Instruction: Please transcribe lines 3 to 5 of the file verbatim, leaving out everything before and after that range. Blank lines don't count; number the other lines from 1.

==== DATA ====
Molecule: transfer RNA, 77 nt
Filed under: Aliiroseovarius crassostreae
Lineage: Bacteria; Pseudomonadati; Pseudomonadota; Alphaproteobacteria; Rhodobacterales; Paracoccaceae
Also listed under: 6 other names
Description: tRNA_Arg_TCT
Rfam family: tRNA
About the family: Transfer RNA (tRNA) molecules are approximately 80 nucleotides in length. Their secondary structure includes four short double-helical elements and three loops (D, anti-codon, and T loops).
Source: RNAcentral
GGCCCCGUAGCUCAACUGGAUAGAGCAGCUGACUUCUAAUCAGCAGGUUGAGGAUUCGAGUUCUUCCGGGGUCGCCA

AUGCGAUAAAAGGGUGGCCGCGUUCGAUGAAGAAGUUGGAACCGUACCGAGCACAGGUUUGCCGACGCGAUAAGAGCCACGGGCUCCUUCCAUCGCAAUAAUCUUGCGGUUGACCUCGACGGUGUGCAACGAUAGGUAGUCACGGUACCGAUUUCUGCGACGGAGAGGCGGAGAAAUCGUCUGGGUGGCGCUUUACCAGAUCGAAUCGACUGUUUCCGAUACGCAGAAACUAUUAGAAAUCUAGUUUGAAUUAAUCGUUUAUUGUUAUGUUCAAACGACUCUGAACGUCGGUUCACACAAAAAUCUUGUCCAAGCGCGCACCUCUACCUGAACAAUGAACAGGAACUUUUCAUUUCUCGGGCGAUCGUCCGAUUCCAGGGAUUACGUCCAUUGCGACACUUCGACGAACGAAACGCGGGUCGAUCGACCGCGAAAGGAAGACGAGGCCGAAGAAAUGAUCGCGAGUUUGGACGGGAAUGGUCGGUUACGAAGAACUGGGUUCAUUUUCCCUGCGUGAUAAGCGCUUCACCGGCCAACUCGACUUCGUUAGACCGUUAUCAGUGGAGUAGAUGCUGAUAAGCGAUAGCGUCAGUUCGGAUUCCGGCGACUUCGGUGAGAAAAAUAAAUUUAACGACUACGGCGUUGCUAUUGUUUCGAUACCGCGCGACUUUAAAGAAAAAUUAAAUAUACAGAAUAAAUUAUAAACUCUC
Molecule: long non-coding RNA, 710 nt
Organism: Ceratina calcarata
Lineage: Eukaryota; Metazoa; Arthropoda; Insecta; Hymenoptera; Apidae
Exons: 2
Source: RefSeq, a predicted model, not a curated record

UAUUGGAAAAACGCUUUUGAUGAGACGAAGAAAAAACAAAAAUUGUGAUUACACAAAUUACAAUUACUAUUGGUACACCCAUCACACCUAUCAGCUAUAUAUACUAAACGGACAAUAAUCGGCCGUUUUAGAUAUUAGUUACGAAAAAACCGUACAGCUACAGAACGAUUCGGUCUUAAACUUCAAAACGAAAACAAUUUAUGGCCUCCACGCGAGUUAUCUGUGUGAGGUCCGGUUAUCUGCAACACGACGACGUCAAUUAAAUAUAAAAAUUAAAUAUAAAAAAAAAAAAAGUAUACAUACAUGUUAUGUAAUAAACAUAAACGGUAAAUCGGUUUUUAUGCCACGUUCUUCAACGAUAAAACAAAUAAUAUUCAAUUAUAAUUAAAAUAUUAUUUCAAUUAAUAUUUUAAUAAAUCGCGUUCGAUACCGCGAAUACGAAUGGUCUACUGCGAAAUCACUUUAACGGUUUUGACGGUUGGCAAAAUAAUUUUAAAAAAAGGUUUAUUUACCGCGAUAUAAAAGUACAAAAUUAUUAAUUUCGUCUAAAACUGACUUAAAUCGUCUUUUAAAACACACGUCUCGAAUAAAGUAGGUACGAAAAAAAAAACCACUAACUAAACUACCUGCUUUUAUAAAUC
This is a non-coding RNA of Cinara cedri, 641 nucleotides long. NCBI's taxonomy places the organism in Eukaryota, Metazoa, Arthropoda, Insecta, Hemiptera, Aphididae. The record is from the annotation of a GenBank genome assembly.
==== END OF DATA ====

Lineage: Bacteria; Pseudomonadati; Pseudomonadota; Alphaproteobacteria; Rhodobacterales; Paracoccaceae
Also listed under: 6 other names
Description: tRNA_Arg_TCT